|P is for Practical|
Programming Perlby imlepid (Acolyte)
|on Oct 11, 2012 at 06:53 UTC||Need Help??|
imlepid has asked for the
wisdom of the Perl Monks concerning the following question:
I am interested in learning Perl. I have been a light Perl user for a long while but it's finally proving itself very useful for my day job (which consists of being a network admin and sys admin for systems which support/monitor the network).
Background: I, many long years ago, bought Programming Perl (Wall et al) 2nd Edition (published in 1996)! I never really did much with it other than flip though it reading a little here and there. In the mean time I have learned other programming languages like C and some Java and worked on one moderate sized (for me) Perl projects and tweaked other's Perl code when needed. I have a basic understanding of Perl. How should I get a solid understanding of Perl to assist in my job? Should I:
1) Read through the 2nd edition of Programming Perl and update my Perl through experience?
2) Read through the 2nd edition then update myself using another book or online tutorial/guide?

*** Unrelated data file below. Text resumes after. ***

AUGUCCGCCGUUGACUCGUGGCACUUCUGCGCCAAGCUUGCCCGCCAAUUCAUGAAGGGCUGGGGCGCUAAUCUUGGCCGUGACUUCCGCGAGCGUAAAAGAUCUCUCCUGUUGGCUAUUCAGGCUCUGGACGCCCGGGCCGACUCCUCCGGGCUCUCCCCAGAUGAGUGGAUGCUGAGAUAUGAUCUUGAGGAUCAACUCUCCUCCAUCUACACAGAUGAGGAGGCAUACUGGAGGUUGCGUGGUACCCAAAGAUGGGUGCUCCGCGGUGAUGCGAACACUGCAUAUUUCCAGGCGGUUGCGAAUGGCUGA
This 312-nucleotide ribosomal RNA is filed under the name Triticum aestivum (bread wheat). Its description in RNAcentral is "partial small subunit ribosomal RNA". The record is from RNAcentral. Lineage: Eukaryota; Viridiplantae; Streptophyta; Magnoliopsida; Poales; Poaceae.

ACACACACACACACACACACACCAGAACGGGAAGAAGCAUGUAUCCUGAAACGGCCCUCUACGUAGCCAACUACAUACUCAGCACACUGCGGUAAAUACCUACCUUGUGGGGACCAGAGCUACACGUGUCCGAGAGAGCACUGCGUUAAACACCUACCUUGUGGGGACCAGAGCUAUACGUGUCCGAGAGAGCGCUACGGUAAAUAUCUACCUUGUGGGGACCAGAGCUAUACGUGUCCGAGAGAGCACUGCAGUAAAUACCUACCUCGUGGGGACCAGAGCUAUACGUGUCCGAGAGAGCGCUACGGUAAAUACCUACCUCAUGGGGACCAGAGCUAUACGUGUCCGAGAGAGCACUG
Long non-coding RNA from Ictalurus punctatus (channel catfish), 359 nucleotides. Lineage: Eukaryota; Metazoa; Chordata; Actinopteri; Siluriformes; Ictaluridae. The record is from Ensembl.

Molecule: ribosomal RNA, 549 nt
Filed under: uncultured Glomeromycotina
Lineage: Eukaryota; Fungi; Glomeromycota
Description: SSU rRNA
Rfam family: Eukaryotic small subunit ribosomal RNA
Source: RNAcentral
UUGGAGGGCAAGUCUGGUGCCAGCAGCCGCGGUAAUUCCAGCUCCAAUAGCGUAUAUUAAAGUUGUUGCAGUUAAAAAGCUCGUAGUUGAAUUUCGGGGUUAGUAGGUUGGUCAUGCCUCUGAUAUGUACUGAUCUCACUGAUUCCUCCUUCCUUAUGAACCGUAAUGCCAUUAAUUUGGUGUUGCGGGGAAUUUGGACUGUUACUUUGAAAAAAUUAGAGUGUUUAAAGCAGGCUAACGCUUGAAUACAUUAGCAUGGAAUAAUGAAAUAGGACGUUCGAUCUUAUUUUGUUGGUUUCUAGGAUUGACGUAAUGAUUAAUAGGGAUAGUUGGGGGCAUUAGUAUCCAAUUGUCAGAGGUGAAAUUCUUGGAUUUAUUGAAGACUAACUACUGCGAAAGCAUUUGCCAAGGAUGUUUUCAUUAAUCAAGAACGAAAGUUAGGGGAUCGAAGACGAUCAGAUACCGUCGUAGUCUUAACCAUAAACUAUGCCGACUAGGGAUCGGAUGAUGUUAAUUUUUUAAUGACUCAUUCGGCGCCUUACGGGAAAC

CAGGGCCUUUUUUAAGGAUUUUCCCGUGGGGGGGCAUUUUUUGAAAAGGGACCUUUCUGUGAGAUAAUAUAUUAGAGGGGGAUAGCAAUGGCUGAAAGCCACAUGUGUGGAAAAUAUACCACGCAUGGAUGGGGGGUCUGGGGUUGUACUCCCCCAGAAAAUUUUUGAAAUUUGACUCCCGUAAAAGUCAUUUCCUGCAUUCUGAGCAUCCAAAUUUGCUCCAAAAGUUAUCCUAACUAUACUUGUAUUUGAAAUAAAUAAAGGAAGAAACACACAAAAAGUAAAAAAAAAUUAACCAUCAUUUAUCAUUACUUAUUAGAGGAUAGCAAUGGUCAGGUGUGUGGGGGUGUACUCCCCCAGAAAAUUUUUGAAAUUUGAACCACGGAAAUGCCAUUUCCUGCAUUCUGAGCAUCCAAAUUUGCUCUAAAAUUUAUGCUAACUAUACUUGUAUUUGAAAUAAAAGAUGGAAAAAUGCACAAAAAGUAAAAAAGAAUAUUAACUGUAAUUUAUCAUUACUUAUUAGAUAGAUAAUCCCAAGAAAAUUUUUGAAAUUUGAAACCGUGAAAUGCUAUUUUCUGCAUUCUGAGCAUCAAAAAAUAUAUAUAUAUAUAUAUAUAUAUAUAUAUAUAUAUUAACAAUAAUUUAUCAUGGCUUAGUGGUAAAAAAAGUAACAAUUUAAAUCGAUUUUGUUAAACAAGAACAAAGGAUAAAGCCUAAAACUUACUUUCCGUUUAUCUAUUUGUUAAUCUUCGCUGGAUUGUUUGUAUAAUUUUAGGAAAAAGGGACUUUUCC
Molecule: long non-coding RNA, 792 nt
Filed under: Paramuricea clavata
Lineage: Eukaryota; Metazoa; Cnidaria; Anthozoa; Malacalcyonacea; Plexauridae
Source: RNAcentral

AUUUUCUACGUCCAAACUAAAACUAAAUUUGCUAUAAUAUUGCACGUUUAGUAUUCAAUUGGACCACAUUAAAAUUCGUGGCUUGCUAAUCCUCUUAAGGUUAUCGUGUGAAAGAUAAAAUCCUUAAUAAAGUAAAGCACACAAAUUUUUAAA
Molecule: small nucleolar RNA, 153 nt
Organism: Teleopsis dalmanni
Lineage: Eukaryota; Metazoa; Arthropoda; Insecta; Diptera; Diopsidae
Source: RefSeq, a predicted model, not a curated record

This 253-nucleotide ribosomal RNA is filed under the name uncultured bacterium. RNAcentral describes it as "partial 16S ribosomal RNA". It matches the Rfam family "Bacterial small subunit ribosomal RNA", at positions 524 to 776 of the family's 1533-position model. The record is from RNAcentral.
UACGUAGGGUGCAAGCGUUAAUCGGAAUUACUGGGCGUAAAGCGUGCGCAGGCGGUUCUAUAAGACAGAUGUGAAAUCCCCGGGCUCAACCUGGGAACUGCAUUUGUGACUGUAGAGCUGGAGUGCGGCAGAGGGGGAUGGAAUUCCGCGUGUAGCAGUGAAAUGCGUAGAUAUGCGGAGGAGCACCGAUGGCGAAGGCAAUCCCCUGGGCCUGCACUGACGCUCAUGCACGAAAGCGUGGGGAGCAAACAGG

3) Purchase the newly released 4th edition of Programming Perl to have the most up-to-date knowledge?
4) Dispense with the dead-tree books and just learn online and on my own through experience?
5) Something not considered above?
My intermediate term goal is to become skilled enough in Perl to quickly create useful scripts to crawl through a network containing hundreds of devices and extract data from those devices. This data will likely be put into a database to be accessed via web interfaces, analyzed to create reports, and trigger alerts. There is no particular time limit; I just want to become more skilled. Given my background, goals, and resources what do you suggest?